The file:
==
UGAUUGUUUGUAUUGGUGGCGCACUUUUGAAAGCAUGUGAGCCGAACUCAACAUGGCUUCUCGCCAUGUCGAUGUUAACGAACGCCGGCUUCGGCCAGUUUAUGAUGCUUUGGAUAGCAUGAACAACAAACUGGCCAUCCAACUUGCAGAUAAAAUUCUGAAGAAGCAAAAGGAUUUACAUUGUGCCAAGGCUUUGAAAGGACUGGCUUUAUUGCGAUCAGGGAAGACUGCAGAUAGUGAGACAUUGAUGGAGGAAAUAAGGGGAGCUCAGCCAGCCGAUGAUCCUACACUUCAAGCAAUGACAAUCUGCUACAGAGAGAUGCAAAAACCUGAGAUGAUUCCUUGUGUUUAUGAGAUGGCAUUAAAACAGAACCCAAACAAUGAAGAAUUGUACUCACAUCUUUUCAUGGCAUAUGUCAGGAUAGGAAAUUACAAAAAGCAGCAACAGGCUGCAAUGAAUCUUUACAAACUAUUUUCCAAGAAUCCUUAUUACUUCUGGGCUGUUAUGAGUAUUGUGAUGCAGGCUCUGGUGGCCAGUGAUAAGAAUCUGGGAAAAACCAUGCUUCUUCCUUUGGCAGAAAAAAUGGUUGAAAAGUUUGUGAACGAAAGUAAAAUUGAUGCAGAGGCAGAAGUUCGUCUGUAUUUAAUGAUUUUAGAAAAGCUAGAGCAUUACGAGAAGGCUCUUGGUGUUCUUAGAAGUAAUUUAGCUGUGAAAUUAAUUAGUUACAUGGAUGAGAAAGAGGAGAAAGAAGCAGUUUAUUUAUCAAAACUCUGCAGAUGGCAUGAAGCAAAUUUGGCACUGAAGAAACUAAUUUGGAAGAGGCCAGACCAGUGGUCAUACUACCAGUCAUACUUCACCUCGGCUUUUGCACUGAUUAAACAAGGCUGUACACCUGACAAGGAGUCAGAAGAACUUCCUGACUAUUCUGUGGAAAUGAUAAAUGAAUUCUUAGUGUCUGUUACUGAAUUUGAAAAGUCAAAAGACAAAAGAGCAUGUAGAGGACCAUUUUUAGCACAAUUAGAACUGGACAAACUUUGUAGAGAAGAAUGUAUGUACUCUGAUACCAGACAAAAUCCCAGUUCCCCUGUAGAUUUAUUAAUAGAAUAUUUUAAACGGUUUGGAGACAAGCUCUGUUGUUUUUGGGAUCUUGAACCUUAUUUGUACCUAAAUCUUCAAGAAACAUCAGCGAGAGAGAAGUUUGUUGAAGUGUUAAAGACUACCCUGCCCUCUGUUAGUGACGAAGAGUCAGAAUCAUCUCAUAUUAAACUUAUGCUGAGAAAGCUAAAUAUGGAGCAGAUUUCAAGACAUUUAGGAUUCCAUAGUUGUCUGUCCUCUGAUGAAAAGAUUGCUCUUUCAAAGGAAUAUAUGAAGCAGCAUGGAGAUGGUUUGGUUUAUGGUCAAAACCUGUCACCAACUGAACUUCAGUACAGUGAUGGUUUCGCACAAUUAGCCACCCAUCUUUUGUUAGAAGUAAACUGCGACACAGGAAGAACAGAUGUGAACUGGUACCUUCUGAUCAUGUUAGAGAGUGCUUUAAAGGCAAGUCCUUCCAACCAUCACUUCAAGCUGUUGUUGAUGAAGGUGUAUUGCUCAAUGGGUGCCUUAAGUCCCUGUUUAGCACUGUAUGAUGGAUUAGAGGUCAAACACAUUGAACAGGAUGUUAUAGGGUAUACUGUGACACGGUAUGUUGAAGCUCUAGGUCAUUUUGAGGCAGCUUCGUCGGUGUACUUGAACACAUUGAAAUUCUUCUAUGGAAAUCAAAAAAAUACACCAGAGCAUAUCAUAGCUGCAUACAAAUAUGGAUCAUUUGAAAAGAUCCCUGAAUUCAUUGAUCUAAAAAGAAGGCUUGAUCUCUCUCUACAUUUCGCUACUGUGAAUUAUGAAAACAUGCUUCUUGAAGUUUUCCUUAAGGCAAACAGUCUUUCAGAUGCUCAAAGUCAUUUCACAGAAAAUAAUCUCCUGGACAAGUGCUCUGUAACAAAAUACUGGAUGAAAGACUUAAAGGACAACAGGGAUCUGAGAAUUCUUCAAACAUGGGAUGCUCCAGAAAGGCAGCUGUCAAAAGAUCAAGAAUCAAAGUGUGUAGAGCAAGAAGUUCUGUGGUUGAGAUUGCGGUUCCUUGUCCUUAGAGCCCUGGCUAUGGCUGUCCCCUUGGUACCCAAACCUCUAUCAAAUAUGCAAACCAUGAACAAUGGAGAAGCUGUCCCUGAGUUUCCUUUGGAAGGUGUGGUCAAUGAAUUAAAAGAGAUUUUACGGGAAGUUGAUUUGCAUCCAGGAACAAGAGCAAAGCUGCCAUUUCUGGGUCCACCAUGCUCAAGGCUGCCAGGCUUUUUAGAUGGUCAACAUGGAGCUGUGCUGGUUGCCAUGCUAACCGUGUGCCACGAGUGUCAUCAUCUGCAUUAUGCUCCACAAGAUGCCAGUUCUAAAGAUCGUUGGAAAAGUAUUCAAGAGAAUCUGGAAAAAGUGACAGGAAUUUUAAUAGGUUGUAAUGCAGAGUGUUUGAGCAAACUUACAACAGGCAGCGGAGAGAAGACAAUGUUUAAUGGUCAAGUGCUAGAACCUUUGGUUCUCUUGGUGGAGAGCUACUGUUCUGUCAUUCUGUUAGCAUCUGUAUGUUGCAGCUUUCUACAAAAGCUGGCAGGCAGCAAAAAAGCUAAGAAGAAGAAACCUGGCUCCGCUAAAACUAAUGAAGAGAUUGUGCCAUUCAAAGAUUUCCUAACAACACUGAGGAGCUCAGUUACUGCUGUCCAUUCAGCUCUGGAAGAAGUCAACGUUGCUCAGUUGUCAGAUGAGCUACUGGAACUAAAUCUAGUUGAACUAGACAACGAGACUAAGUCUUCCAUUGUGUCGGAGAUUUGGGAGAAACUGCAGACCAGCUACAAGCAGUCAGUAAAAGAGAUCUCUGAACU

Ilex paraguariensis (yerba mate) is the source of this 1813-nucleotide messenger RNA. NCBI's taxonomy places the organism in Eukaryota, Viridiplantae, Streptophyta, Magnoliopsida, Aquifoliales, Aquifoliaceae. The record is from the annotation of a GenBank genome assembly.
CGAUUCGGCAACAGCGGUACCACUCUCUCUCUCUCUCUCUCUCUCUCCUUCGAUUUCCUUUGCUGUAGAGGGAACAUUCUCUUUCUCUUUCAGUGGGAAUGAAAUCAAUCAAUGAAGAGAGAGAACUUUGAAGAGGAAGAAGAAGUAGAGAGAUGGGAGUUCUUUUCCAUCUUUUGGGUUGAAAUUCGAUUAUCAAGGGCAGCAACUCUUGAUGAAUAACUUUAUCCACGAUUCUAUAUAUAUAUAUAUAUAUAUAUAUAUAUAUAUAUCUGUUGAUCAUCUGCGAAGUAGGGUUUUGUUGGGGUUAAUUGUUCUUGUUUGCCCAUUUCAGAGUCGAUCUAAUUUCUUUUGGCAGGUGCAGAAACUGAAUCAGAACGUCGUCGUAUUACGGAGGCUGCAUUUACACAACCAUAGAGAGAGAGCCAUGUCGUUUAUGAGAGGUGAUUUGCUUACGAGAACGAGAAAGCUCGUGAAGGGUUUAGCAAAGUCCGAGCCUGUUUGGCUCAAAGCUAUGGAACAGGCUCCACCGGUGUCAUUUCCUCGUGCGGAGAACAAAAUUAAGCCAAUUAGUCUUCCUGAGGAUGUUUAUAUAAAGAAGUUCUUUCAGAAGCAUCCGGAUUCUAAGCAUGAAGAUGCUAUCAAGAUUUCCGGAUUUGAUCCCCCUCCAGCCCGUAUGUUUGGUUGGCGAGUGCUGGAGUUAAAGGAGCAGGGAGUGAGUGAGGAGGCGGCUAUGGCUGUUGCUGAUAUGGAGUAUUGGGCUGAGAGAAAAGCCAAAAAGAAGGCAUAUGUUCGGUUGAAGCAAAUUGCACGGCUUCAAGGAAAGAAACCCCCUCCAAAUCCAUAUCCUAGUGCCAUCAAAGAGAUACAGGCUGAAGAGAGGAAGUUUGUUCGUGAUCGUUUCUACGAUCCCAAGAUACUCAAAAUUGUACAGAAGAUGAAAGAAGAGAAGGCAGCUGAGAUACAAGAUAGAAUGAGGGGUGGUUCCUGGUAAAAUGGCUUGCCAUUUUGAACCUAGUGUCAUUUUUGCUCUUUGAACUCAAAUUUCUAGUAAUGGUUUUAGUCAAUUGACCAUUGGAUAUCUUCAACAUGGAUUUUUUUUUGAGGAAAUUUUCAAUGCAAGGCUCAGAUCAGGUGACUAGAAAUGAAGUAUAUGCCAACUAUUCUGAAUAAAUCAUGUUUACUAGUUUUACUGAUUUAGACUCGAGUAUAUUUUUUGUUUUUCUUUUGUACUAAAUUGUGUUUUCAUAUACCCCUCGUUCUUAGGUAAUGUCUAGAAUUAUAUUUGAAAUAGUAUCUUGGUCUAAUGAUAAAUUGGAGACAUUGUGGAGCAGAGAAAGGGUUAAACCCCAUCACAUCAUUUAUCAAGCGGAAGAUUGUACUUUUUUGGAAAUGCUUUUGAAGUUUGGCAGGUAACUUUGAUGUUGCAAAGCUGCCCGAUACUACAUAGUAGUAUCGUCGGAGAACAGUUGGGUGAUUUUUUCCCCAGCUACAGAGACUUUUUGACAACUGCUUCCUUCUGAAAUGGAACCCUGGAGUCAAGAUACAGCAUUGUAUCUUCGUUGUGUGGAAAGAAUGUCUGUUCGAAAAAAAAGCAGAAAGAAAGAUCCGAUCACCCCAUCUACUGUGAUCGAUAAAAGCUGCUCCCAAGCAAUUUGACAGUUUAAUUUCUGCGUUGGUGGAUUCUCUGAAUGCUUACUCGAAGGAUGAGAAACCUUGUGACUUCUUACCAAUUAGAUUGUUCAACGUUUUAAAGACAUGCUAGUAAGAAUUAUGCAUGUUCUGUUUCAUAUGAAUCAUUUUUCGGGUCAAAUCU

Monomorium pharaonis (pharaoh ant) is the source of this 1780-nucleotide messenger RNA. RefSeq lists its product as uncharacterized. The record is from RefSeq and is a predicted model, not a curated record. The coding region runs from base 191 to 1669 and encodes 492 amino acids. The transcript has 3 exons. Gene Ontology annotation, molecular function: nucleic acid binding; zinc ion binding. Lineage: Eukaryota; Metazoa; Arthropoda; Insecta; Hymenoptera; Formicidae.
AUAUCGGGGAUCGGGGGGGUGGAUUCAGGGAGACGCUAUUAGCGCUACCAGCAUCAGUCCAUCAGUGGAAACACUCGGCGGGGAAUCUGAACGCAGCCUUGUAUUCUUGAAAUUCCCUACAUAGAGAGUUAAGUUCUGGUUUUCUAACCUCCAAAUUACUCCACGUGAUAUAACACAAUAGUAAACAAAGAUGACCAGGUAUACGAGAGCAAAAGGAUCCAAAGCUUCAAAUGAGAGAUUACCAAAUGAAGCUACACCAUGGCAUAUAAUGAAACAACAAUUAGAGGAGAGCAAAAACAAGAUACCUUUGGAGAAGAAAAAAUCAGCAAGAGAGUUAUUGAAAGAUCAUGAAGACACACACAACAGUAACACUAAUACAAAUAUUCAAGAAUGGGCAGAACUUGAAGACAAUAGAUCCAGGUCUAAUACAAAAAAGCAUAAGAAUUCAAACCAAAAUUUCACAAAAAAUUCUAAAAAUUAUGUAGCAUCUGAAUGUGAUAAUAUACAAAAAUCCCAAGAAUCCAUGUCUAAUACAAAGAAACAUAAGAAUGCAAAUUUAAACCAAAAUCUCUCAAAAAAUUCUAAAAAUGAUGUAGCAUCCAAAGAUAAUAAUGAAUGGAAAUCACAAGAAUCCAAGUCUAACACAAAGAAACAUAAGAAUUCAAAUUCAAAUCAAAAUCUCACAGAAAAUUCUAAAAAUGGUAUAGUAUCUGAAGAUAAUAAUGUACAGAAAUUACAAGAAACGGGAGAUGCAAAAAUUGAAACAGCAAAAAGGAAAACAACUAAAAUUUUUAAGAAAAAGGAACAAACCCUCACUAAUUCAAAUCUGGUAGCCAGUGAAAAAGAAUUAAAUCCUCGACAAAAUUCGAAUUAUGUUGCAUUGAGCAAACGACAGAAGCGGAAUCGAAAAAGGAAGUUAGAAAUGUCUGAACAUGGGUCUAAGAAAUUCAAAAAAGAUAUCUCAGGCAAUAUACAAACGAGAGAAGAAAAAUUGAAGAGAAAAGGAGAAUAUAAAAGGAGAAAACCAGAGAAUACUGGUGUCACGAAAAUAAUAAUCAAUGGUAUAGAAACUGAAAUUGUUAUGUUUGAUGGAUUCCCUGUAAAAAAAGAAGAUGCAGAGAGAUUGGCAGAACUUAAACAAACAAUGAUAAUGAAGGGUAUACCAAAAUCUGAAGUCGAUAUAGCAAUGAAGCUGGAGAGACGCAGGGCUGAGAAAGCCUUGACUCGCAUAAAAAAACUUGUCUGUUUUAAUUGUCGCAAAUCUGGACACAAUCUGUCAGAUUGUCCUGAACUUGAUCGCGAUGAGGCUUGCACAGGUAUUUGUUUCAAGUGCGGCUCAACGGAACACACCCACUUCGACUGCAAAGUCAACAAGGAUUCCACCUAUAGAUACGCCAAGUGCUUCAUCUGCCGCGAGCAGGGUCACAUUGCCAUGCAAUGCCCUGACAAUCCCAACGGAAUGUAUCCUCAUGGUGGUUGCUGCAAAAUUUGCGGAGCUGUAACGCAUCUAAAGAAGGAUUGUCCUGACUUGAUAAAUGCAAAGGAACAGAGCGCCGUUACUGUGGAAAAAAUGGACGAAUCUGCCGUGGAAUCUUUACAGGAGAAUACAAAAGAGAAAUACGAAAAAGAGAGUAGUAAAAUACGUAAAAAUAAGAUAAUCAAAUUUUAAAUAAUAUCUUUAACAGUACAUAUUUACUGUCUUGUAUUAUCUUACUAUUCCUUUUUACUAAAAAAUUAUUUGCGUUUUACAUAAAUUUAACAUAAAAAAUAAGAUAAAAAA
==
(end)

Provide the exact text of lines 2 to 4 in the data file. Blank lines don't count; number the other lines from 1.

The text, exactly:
Ilex paraguariensis (yerba mate) is the source of this 1813-nucleotide messenger RNA. NCBI's taxonomy places the organism in Eukaryota, Viridiplantae, Streptophyta, Magnoliopsida, Aquifoliales, Aquifoliaceae. The record is from the annotation of a GenBank genome assembly.
CGAUUCGGCAACAGCGGUACCACUCUCUCUCUCUCUCUCUCUCUCUCCUUCGAUUUCCUUUGCUGUAGAGGGAACAUUCUCUUUCUCUUUCAGUGGGAAUGAAAUCAAUCAAUGAAGAGAGAGAACUUUGAAGAGGAAGAAGAAGUAGAGAGAUGGGAGUUCUUUUCCAUCUUUUGGGUUGAAAUUCGAUUAUCAAGGGCAGCAACUCUUGAUGAAUAACUUUAUCCACGAUUCUAUAUAUAUAUAUAUAUAUAUAUAUAUAUAUAUAUCUGUUGAUCAUCUGCGAAGUAGGGUUUUGUUGGGGUUAAUUGUUCUUGUUUGCCCAUUUCAGAGUCGAUCUAAUUUCUUUUGGCAGGUGCAGAAACUGAAUCAGAACGUCGUCGUAUUACGGAGGCUGCAUUUACACAACCAUAGAGAGAGAGCCAUGUCGUUUAUGAGAGGUGAUUUGCUUACGAGAACGAGAAAGCUCGUGAAGGGUUUAGCAAAGUCCGAGCCUGUUUGGCUCAAAGCUAUGGAACAGGCUCCACCGGUGUCAUUUCCUCGUGCGGAGAACAAAAUUAAGCCAAUUAGUCUUCCUGAGGAUGUUUAUAUAAAGAAGUUCUUUCAGAAGCAUCCGGAUUCUAAGCAUGAAGAUGCUAUCAAGAUUUCCGGAUUUGAUCCCCCUCCAGCCCGUAUGUUUGGUUGGCGAGUGCUGGAGUUAAAGGAGCAGGGAGUGAGUGAGGAGGCGGCUAUGGCUGUUGCUGAUAUGGAGUAUUGGGCUGAGAGAAAAGCCAAAAAGAAGGCAUAUGUUCGGUUGAAGCAAAUUGCACGGCUUCAAGGAAAGAAACCCCCUCCAAAUCCAUAUCCUAGUGCCAUCAAAGAGAUACAGGCUGAAGAGAGGAAGUUUGUUCGUGAUCGUUUCUACGAUCCCAAGAUACUCAAAAUUGUACAGAAGAUGAAAGAAGAGAAGGCAGCUGAGAUACAAGAUAGAAUGAGGGGUGGUUCCUGGUAAAAUGGCUUGCCAUUUUGAACCUAGUGUCAUUUUUGCUCUUUGAACUCAAAUUUCUAGUAAUGGUUUUAGUCAAUUGACCAUUGGAUAUCUUCAACAUGGAUUUUUUUUUGAGGAAAUUUUCAAUGCAAGGCUCAGAUCAGGUGACUAGAAAUGAAGUAUAUGCCAACUAUUCUGAAUAAAUCAUGUUUACUAGUUUUACUGAUUUAGACUCGAGUAUAUUUUUUGUUUUUCUUUUGUACUAAAUUGUGUUUUCAUAUACCCCUCGUUCUUAGGUAAUGUCUAGAAUUAUAUUUGAAAUAGUAUCUUGGUCUAAUGAUAAAUUGGAGACAUUGUGGAGCAGAGAAAGGGUUAAACCCCAUCACAUCAUUUAUCAAGCGGAAGAUUGUACUUUUUUGGAAAUGCUUUUGAAGUUUGGCAGGUAACUUUGAUGUUGCAAAGCUGCCCGAUACUACAUAGUAGUAUCGUCGGAGAACAGUUGGGUGAUUUUUUCCCCAGCUACAGAGACUUUUUGACAACUGCUUCCUUCUGAAAUGGAACCCUGGAGUCAAGAUACAGCAUUGUAUCUUCGUUGUGUGGAAAGAAUGUCUGUUCGAAAAAAAAGCAGAAAGAAAGAUCCGAUCACCCCAUCUACUGUGAUCGAUAAAAGCUGCUCCCAAGCAAUUUGACAGUUUAAUUUCUGCGUUGGUGGAUUCUCUGAAUGCUUACUCGAAGGAUGAGAAACCUUGUGACUUCUUACCAAUUAGAUUGUUCAACGUUUUAAAGACAUGCUAGUAAGAAUUAUGCAUGUUCUGUUUCAUAUGAAUCAUUUUUCGGGUCAAAUCU

Monomorium pharaonis (pharaoh ant) is the source of this 1780-nucleotide messenger RNA. RefSeq lists its product as uncharacterized. The record is from RefSeq and is a predicted model, not a curated record. The coding region runs from base 191 to 1669 and encodes 492 amino acids. The transcript has 3 exons. Gene Ontology annotation, molecular function: nucleic acid binding; zinc ion binding. Lineage: Eukaryota; Metazoa; Arthropoda; Insecta; Hymenoptera; Formicidae.